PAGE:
Electricity tier changes, rate hikes bring higher energy costs

electricity powerWith a recently approved proposal to hike electricity rates throughout the state and a new proposal from a local board to increase water and power rates, Californians are about to see a spike in energy costs.

CPUC changes tier system, implements minimum charge

Last week, the California Public Utilities Commission unanimously approved changes that would move electricity rates from four to two tiers.

“Most residential customers in California will see their electricity bills increase under a new rate structure passed … by state regulators,” reported ABC 7 News. The new plan essentially “raises rates on more efficient users while giving a break to big energy users.”

The tier overhaul was prompted by utility companies and regulators looking to charge based on the actual cost of providing power. According to the San Jose Mercury News, proponents of this new plan argued, “Low-usage customers have essentially been subsidized by high-usage ratepayers under the current system, which has been in place since the electricity crisis 15 years ago, when there was a push to encourage conservation.”

PUC President Michael Picker said in a prepared statement, “Rate reform is necessary to move us into a future where consumers have the tools they need to manage their own energy use, and can install new, clean technologies such as storage and renewables.

“Our decision helps align rates with the actual cost of service. It also builds a more nimble rate structure to allow us to add more and more renewables to the grid, and to encourage customers to use energy when we have excess renewables and to cut back during peak periods.”

The changes would also introduce the following items:

  1. Time of use rates: By January 1, 2019, “residential customers will default to time of use rate … but can opt to remain on the tiered rate structure. Time of use rates reflect predictable daily changes in the cost of electricity service, and enable customers to reduce usage during peak hours when electricity prices are higher.”
  2. Tier flattening glidepath and new rate structure: “The rate structure moves from four to two tiers with a 25 percent differential by January 1, 2019, and with a Super User Electric (SUE) surcharge introduced in 2017. … Some high usage customers currently paying above the cost of service will experience bill reductions, while some lower usage customers paying below the cost of service will experience bill increases.”
  3. Fixed charges/Minimum bill: “The utilities must implement a minimum bill beginning in 2015 of $10 for non- 3 CARE customers and $5 for CARE customers.”

LADWP floats rate hike proposal

In addition, the Los Angeles Department of Water and Power on Wednesday also proposed rate hikes over the next five years.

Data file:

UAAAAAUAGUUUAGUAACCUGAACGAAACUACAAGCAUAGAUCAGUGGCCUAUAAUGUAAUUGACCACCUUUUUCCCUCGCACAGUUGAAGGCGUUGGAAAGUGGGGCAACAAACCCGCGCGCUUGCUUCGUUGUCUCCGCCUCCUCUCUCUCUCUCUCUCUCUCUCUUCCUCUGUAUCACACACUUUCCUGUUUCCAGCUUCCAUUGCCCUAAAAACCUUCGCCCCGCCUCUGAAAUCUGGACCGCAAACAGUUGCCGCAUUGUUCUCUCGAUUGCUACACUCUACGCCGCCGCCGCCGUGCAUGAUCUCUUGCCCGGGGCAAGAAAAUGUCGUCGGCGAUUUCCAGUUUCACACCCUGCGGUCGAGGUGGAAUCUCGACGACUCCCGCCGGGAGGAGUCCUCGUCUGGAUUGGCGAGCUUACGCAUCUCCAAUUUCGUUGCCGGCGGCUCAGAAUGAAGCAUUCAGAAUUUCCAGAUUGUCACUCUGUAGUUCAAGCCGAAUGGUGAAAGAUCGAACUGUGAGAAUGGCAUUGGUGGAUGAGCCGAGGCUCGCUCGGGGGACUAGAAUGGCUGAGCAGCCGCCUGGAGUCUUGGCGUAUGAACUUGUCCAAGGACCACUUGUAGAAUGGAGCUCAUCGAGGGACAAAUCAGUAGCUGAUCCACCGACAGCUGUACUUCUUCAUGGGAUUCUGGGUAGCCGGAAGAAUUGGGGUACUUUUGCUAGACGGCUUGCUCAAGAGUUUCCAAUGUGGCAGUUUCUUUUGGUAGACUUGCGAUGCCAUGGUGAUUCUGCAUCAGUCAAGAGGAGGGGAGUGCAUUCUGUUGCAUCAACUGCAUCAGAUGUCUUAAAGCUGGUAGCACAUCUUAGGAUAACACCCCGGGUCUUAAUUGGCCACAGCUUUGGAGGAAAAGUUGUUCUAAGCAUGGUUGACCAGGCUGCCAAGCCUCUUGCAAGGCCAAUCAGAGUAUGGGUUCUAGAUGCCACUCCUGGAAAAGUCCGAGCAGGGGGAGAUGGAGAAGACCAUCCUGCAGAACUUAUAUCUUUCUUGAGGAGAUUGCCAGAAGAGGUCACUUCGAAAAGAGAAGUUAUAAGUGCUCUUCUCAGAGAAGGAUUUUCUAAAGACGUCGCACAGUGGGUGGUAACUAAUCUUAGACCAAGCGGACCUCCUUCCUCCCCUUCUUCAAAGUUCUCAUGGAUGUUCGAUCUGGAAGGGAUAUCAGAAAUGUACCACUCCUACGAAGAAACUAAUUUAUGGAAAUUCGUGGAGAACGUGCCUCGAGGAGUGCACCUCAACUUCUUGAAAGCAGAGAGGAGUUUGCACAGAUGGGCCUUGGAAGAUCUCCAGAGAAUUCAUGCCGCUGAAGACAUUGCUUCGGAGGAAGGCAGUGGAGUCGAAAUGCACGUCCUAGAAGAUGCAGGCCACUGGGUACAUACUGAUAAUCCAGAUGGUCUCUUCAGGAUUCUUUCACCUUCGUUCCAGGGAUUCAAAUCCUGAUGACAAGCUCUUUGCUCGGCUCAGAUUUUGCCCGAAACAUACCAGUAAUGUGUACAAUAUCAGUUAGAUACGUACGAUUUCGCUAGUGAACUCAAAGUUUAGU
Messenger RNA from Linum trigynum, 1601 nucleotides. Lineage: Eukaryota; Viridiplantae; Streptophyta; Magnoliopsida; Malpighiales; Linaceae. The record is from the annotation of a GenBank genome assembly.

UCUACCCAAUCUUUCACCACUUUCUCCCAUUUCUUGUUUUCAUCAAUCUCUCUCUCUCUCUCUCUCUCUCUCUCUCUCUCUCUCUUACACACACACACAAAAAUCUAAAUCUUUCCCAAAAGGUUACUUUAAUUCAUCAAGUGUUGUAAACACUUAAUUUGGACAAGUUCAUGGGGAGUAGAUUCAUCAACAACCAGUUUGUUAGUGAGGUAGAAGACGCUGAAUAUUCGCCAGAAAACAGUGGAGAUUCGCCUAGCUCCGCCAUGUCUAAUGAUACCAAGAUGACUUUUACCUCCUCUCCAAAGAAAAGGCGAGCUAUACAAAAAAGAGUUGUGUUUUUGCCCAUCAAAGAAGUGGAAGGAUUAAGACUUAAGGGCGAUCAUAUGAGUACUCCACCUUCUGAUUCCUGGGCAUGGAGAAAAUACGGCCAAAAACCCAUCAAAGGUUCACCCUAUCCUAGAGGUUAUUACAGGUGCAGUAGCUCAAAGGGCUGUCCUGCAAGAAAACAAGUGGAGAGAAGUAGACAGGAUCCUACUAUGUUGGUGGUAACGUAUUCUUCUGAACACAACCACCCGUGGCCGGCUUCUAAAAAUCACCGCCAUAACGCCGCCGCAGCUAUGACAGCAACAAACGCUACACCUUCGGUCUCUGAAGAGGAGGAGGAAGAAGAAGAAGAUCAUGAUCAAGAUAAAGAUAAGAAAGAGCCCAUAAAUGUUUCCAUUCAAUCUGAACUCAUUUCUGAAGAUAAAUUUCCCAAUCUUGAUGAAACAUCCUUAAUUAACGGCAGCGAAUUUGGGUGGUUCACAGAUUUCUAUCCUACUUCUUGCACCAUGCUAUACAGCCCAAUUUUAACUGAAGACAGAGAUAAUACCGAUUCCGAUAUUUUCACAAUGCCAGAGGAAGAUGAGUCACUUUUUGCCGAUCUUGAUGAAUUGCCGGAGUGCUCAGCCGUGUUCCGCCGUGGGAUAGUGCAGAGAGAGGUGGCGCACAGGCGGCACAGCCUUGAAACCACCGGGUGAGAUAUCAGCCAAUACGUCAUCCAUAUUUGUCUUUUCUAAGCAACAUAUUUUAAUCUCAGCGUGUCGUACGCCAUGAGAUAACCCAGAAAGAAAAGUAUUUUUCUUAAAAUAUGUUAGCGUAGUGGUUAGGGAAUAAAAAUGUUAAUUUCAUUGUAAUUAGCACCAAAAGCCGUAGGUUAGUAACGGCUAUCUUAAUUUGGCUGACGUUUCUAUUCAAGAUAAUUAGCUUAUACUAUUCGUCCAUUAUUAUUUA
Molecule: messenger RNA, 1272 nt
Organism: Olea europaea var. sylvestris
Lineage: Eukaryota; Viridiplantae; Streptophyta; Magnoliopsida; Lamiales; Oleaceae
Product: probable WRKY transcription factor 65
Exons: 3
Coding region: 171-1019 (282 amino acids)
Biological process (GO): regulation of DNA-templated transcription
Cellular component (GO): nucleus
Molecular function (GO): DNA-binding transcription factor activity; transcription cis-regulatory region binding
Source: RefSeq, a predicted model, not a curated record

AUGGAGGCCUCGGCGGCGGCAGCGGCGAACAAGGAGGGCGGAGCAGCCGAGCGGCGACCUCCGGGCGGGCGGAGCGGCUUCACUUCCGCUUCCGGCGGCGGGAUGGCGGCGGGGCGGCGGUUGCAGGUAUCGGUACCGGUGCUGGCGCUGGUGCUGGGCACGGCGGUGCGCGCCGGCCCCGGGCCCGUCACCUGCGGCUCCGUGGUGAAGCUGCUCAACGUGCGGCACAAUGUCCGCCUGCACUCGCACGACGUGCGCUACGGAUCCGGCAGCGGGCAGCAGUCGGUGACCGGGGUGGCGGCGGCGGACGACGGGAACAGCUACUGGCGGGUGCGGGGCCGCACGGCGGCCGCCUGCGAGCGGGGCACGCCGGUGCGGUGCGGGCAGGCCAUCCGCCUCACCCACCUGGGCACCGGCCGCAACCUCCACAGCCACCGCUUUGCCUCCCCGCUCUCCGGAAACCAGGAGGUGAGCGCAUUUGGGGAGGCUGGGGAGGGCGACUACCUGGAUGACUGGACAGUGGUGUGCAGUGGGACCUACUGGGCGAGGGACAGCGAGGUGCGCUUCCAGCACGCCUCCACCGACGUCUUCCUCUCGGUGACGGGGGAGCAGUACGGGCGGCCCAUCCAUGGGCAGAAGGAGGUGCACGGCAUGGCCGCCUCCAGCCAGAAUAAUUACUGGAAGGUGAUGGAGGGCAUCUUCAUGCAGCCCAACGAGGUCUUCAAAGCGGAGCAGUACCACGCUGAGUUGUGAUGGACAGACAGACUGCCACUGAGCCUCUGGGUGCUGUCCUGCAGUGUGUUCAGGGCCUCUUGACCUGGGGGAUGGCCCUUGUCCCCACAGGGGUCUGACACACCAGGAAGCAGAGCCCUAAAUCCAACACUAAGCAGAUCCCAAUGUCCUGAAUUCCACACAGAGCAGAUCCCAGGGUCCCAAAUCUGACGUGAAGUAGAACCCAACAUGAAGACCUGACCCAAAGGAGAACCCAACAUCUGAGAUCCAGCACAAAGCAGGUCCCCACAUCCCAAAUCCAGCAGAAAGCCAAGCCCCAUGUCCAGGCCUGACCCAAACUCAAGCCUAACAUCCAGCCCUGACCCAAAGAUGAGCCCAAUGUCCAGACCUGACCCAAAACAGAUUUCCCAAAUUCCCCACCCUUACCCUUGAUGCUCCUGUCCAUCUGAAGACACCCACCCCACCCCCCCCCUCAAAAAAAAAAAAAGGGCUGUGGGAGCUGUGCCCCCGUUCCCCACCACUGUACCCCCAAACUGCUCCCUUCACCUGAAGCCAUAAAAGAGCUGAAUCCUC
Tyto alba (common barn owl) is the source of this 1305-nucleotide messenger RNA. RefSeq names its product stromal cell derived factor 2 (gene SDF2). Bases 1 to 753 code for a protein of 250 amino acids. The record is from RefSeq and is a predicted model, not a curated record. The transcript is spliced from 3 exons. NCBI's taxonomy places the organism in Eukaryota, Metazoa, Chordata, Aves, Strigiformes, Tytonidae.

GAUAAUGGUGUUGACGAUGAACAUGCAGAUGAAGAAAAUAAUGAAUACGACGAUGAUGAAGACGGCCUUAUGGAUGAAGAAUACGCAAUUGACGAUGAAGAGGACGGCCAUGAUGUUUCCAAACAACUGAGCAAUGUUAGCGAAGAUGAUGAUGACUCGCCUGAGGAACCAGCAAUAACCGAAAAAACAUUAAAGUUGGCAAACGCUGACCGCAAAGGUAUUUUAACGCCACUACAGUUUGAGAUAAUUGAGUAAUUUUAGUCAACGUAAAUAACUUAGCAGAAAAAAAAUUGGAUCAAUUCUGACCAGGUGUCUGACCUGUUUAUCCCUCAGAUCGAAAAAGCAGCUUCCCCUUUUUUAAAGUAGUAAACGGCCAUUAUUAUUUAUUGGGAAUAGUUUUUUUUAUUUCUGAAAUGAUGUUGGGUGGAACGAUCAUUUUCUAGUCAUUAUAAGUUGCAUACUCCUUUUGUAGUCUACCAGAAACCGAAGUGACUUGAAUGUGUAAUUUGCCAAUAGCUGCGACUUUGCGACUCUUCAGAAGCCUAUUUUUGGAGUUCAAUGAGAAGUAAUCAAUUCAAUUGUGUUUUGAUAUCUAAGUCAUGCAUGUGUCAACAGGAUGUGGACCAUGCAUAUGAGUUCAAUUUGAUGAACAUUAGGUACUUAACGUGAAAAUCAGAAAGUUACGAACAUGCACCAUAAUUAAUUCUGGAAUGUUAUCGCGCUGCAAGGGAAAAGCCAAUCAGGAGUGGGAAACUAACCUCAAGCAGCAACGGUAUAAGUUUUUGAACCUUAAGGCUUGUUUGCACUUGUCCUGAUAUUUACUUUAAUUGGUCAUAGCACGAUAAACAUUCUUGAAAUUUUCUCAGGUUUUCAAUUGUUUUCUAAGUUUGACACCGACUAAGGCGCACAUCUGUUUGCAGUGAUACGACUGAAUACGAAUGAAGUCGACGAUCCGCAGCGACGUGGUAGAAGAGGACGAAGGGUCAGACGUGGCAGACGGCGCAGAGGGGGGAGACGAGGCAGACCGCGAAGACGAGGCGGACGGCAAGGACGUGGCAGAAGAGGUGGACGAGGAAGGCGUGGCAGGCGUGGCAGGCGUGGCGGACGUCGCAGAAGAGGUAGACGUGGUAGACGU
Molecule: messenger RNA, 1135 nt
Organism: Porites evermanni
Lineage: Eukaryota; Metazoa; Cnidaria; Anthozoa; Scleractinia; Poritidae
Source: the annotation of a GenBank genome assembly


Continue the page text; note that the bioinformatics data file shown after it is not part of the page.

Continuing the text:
According to CBS Los Angeles, the proposal would “raise more than a billion dollars for infrastructure repairs, including broken underground pipes and power poles.” The $1.3 billion in new funds would be split, with $230 million going to water projects and $900 million for power projects.

Rates would be increased across all spectrums of energy and water users. “If approved, low water and power users would see an increase of 2.4 percent or about $2 more a month, while average users would see a 3.4 percent increase equating to about $5 more per month. High users, though, would see a 5.4 percent raise, which comes out to about $18 a month.”

The DWP board will not vote on the increase until October; even after approval from the board, it must also be approved by the L.A. City Council and Mayor Eric Garcetti.

In the meantime, the DWP has planned four months of public outreach at business groups, neighborhood councils and other areas. Southern California Public Radio notes that the DWP “must overcome bad publicity from its poor oversight of $40 million given to two trusts run by its employee union, a recently-discovered embezzlement of several million dollars by an employee, and the botched rollout of its new customer billing system.”

2 comments

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  1. US
    US "Citizen" 12 July, 2015, 11:45

    What happens to solar users?

    Reply this comment
    • Queeg
      Queeg 12 July, 2015, 21:26

      Saps,

      You will pay higher rates for saving energy….just like the nerds who bought Prius and needing 8-12 years to reap a recovery for buying suspect and expensive energy storage capacity.

      Don’t you just love the young and dumb-

      Reply this comment

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